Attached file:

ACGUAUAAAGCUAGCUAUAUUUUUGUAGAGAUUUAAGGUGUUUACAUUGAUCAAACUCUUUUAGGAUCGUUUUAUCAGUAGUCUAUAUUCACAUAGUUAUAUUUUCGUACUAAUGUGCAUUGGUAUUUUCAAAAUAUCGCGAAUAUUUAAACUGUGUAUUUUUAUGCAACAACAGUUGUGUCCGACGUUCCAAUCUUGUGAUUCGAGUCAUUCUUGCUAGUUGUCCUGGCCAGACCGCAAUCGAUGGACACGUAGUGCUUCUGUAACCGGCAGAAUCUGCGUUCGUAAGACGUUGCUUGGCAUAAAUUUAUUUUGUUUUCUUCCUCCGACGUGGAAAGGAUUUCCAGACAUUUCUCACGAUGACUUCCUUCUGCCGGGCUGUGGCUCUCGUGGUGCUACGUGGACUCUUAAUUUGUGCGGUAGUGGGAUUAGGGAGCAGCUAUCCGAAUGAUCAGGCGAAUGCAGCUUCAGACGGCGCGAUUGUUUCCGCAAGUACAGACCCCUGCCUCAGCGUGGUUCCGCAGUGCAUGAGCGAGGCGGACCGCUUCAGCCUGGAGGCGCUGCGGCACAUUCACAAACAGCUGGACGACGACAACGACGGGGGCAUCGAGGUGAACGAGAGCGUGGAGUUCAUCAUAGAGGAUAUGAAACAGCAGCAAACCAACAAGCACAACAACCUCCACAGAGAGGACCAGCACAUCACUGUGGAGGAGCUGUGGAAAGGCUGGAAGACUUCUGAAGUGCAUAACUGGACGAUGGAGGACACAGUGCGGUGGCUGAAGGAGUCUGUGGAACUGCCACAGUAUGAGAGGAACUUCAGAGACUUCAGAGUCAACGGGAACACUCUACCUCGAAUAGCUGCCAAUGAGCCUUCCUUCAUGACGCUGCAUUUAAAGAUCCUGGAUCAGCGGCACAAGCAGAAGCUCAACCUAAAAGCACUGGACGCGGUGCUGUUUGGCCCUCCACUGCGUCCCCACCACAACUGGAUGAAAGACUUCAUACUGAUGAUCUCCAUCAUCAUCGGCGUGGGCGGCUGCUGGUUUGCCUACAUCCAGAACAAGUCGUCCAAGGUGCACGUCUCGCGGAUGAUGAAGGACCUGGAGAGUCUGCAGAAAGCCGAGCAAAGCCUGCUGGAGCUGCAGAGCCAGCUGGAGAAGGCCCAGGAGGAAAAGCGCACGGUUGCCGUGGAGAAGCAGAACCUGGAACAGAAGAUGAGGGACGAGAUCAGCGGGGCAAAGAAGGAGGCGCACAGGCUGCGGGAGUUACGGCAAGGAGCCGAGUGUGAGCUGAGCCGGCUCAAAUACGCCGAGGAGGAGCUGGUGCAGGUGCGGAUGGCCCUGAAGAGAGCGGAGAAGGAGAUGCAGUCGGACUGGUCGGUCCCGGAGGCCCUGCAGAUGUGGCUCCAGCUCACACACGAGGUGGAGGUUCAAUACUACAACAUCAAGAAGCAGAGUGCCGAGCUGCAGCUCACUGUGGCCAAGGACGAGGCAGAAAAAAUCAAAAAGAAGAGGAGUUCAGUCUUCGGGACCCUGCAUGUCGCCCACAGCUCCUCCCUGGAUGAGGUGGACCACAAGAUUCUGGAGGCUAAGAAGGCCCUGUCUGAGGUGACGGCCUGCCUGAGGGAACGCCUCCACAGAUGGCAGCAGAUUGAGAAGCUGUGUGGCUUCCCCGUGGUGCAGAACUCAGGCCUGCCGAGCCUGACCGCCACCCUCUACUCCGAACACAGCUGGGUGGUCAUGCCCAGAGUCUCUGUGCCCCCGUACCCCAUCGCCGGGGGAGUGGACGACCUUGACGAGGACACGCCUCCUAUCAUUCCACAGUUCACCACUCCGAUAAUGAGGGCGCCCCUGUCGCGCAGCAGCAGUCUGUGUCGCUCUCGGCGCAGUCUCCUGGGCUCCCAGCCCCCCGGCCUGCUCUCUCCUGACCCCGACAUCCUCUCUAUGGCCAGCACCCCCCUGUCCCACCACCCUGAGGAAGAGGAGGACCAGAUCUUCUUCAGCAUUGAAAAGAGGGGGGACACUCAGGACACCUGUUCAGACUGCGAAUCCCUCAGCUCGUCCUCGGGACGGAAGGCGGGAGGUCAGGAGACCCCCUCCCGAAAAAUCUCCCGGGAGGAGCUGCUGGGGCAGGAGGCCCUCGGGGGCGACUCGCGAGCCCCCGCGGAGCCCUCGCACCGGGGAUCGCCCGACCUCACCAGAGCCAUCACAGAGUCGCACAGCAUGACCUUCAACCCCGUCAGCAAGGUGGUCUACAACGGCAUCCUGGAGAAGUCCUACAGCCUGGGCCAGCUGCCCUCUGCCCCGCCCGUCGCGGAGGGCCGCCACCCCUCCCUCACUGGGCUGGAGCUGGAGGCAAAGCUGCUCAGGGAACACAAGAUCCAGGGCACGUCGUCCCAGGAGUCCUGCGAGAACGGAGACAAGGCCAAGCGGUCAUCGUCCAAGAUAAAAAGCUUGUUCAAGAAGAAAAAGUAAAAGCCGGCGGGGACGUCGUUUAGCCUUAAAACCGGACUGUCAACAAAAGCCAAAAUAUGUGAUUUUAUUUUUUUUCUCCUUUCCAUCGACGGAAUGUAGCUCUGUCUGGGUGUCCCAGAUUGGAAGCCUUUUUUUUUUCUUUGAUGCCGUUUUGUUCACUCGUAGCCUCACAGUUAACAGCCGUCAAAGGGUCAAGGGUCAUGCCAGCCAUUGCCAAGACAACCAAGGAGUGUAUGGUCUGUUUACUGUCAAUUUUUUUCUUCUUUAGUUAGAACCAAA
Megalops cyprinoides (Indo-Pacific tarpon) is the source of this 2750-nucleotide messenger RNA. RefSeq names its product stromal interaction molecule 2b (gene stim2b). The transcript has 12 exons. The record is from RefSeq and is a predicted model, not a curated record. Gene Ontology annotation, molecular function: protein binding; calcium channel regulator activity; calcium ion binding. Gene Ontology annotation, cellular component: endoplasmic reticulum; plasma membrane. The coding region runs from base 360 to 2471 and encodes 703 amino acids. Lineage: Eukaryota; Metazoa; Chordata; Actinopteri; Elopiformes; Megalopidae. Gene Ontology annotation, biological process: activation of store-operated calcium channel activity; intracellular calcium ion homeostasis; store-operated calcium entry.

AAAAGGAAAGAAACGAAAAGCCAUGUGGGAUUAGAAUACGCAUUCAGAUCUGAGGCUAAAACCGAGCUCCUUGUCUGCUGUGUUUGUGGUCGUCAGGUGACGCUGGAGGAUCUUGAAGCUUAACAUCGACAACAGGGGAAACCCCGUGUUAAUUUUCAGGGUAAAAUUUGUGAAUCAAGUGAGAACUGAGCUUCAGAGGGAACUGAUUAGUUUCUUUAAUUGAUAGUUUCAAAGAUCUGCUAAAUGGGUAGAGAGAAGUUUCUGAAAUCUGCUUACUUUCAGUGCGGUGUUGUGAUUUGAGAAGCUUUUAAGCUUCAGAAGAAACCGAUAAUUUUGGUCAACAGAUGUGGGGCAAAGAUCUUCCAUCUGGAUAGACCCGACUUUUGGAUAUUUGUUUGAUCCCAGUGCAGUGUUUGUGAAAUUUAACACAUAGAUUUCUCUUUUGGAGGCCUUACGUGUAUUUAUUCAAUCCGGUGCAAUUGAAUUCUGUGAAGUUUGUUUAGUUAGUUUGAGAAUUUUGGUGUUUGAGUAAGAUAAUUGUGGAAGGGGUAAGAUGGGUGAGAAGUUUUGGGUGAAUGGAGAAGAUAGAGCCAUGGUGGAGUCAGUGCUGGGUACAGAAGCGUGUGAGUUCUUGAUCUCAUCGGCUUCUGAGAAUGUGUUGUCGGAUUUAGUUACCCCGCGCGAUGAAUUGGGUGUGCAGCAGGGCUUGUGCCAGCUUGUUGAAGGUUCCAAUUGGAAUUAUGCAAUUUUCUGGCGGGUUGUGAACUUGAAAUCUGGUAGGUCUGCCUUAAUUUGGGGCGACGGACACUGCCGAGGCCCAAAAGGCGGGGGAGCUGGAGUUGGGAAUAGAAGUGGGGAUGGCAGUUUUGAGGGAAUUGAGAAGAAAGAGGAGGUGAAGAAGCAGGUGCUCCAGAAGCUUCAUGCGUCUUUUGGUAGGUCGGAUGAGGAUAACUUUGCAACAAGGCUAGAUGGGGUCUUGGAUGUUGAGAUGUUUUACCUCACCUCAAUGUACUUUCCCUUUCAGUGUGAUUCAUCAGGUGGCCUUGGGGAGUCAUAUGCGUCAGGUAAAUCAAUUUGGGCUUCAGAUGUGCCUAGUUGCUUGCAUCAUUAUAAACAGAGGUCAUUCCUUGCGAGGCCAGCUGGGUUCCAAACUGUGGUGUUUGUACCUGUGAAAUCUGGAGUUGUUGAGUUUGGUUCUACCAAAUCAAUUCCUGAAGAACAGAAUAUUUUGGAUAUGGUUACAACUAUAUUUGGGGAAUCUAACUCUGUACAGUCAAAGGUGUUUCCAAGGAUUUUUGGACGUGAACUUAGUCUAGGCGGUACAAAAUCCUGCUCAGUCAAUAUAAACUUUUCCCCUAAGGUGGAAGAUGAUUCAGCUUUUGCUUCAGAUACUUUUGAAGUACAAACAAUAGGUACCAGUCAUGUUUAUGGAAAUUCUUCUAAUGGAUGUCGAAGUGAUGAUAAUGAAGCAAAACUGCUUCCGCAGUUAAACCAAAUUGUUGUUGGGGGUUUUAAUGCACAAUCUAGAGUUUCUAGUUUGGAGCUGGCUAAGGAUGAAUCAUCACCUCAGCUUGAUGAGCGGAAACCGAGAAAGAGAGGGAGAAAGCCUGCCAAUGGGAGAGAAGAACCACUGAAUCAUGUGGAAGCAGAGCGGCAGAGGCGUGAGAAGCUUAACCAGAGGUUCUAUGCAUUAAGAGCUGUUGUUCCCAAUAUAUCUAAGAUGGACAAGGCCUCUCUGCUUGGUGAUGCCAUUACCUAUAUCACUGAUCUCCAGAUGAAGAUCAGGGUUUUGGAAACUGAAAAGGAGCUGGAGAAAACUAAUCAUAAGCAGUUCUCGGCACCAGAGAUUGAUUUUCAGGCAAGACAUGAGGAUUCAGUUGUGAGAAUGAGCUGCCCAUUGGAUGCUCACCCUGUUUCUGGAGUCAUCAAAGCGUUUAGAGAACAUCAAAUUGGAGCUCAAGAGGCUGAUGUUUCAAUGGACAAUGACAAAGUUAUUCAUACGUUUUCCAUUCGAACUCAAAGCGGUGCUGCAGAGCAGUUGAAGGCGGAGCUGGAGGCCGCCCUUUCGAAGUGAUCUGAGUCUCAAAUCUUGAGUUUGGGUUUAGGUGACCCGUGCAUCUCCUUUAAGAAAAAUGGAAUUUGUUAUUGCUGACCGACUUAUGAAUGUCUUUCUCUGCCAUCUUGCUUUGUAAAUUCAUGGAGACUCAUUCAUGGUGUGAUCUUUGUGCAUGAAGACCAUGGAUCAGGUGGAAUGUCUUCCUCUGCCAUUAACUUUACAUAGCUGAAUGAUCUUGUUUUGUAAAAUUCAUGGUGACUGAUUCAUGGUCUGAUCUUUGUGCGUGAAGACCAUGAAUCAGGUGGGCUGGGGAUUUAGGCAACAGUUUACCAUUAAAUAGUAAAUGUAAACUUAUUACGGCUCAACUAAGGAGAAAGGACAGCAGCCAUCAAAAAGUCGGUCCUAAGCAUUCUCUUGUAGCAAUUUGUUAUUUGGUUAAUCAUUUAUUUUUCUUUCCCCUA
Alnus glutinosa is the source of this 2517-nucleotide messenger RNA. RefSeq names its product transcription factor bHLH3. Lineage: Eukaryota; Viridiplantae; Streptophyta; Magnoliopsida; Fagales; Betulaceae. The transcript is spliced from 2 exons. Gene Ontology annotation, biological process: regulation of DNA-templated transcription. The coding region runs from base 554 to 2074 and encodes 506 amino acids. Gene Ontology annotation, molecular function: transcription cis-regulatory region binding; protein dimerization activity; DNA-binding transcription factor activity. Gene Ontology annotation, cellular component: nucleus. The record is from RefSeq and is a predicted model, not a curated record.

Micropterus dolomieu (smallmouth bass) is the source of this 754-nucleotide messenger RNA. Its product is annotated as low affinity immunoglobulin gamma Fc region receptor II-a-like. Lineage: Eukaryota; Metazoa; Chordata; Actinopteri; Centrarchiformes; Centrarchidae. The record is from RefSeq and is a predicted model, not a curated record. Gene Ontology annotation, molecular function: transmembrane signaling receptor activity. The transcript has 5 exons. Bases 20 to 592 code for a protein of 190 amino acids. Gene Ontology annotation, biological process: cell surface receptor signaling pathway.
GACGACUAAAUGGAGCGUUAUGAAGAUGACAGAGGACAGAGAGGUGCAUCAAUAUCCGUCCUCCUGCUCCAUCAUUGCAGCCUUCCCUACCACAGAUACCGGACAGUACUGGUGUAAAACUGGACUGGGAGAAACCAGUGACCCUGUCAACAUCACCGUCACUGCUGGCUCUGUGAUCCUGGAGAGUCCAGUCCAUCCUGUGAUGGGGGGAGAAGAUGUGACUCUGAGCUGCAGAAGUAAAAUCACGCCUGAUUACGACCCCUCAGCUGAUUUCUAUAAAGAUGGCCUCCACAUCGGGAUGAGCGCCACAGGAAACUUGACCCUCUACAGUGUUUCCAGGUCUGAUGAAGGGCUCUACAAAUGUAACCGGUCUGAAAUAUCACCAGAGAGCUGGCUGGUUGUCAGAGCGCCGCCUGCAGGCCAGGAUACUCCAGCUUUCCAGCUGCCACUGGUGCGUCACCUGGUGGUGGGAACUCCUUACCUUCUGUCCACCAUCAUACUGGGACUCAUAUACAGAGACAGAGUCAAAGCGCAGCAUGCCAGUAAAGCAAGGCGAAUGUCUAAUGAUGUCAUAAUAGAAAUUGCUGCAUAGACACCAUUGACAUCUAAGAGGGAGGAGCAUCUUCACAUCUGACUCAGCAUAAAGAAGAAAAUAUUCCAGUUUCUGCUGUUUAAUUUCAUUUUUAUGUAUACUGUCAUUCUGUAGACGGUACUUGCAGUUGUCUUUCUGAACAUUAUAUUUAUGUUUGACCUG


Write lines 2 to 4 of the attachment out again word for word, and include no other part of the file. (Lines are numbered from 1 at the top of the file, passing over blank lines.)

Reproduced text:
Megalops cyprinoides (Indo-Pacific tarpon) is the source of this 2750-nucleotide messenger RNA. RefSeq names its product stromal interaction molecule 2b (gene stim2b). The transcript has 12 exons. The record is from RefSeq and is a predicted model, not a curated record. Gene Ontology annotation, molecular function: protein binding; calcium channel regulator activity; calcium ion binding. Gene Ontology annotation, cellular component: endoplasmic reticulum; plasma membrane. The coding region runs from base 360 to 2471 and encodes 703 amino acids. Lineage: Eukaryota; Metazoa; Chordata; Actinopteri; Elopiformes; Megalopidae. Gene Ontology annotation, biological process: activation of store-operated calcium channel activity; intracellular calcium ion homeostasis; store-operated calcium entry.

AAAAGGAAAGAAACGAAAAGCCAUGUGGGAUUAGAAUACGCAUUCAGAUCUGAGGCUAAAACCGAGCUCCUUGUCUGCUGUGUUUGUGGUCGUCAGGUGACGCUGGAGGAUCUUGAAGCUUAACAUCGACAACAGGGGAAACCCCGUGUUAAUUUUCAGGGUAAAAUUUGUGAAUCAAGUGAGAACUGAGCUUCAGAGGGAACUGAUUAGUUUCUUUAAUUGAUAGUUUCAAAGAUCUGCUAAAUGGGUAGAGAGAAGUUUCUGAAAUCUGCUUACUUUCAGUGCGGUGUUGUGAUUUGAGAAGCUUUUAAGCUUCAGAAGAAACCGAUAAUUUUGGUCAACAGAUGUGGGGCAAAGAUCUUCCAUCUGGAUAGACCCGACUUUUGGAUAUUUGUUUGAUCCCAGUGCAGUGUUUGUGAAAUUUAACACAUAGAUUUCUCUUUUGGAGGCCUUACGUGUAUUUAUUCAAUCCGGUGCAAUUGAAUUCUGUGAAGUUUGUUUAGUUAGUUUGAGAAUUUUGGUGUUUGAGUAAGAUAAUUGUGGAAGGGGUAAGAUGGGUGAGAAGUUUUGGGUGAAUGGAGAAGAUAGAGCCAUGGUGGAGUCAGUGCUGGGUACAGAAGCGUGUGAGUUCUUGAUCUCAUCGGCUUCUGAGAAUGUGUUGUCGGAUUUAGUUACCCCGCGCGAUGAAUUGGGUGUGCAGCAGGGCUUGUGCCAGCUUGUUGAAGGUUCCAAUUGGAAUUAUGCAAUUUUCUGGCGGGUUGUGAACUUGAAAUCUGGUAGGUCUGCCUUAAUUUGGGGCGACGGACACUGCCGAGGCCCAAAAGGCGGGGGAGCUGGAGUUGGGAAUAGAAGUGGGGAUGGCAGUUUUGAGGGAAUUGAGAAGAAAGAGGAGGUGAAGAAGCAGGUGCUCCAGAAGCUUCAUGCGUCUUUUGGUAGGUCGGAUGAGGAUAACUUUGCAACAAGGCUAGAUGGGGUCUUGGAUGUUGAGAUGUUUUACCUCACCUCAAUGUACUUUCCCUUUCAGUGUGAUUCAUCAGGUGGCCUUGGGGAGUCAUAUGCGUCAGGUAAAUCAAUUUGGGCUUCAGAUGUGCCUAGUUGCUUGCAUCAUUAUAAACAGAGGUCAUUCCUUGCGAGGCCAGCUGGGUUCCAAACUGUGGUGUUUGUACCUGUGAAAUCUGGAGUUGUUGAGUUUGGUUCUACCAAAUCAAUUCCUGAAGAACAGAAUAUUUUGGAUAUGGUUACAACUAUAUUUGGGGAAUCUAACUCUGUACAGUCAAAGGUGUUUCCAAGGAUUUUUGGACGUGAACUUAGUCUAGGCGGUACAAAAUCCUGCUCAGUCAAUAUAAACUUUUCCCCUAAGGUGGAAGAUGAUUCAGCUUUUGCUUCAGAUACUUUUGAAGUACAAACAAUAGGUACCAGUCAUGUUUAUGGAAAUUCUUCUAAUGGAUGUCGAAGUGAUGAUAAUGAAGCAAAACUGCUUCCGCAGUUAAACCAAAUUGUUGUUGGGGGUUUUAAUGCACAAUCUAGAGUUUCUAGUUUGGAGCUGGCUAAGGAUGAAUCAUCACCUCAGCUUGAUGAGCGGAAACCGAGAAAGAGAGGGAGAAAGCCUGCCAAUGGGAGAGAAGAACCACUGAAUCAUGUGGAAGCAGAGCGGCAGAGGCGUGAGAAGCUUAACCAGAGGUUCUAUGCAUUAAGAGCUGUUGUUCCCAAUAUAUCUAAGAUGGACAAGGCCUCUCUGCUUGGUGAUGCCAUUACCUAUAUCACUGAUCUCCAGAUGAAGAUCAGGGUUUUGGAAACUGAAAAGGAGCUGGAGAAAACUAAUCAUAAGCAGUUCUCGGCACCAGAGAUUGAUUUUCAGGCAAGACAUGAGGAUUCAGUUGUGAGAAUGAGCUGCCCAUUGGAUGCUCACCCUGUUUCUGGAGUCAUCAAAGCGUUUAGAGAACAUCAAAUUGGAGCUCAAGAGGCUGAUGUUUCAAUGGACAAUGACAAAGUUAUUCAUACGUUUUCCAUUCGAACUCAAAGCGGUGCUGCAGAGCAGUUGAAGGCGGAGCUGGAGGCCGCCCUUUCGAAGUGAUCUGAGUCUCAAAUCUUGAGUUUGGGUUUAGGUGACCCGUGCAUCUCCUUUAAGAAAAAUGGAAUUUGUUAUUGCUGACCGACUUAUGAAUGUCUUUCUCUGCCAUCUUGCUUUGUAAAUUCAUGGAGACUCAUUCAUGGUGUGAUCUUUGUGCAUGAAGACCAUGGAUCAGGUGGAAUGUCUUCCUCUGCCAUUAACUUUACAUAGCUGAAUGAUCUUGUUUUGUAAAAUUCAUGGUGACUGAUUCAUGGUCUGAUCUUUGUGCGUGAAGACCAUGAAUCAGGUGGGCUGGGGAUUUAGGCAACAGUUUACCAUUAAAUAGUAAAUGUAAACUUAUUACGGCUCAACUAAGGAGAAAGGACAGCAGCCAUCAAAAAGUCGGUCCUAAGCAUUCUCUUGUAGCAAUUUGUUAUUUGGUUAAUCAUUUAUUUUUCUUUCCCCUA
Alnus glutinosa is the source of this 2517-nucleotide messenger RNA. RefSeq names its product transcription factor bHLH3. Lineage: Eukaryota; Viridiplantae; Streptophyta; Magnoliopsida; Fagales; Betulaceae. The transcript is spliced from 2 exons. Gene Ontology annotation, biological process: regulation of DNA-templated transcription. The coding region runs from base 554 to 2074 and encodes 506 amino acids. Gene Ontology annotation, molecular function: transcription cis-regulatory region binding; protein dimerization activity; DNA-binding transcription factor activity. Gene Ontology annotation, cellular component: nucleus. The record is from RefSeq and is a predicted model, not a curated record.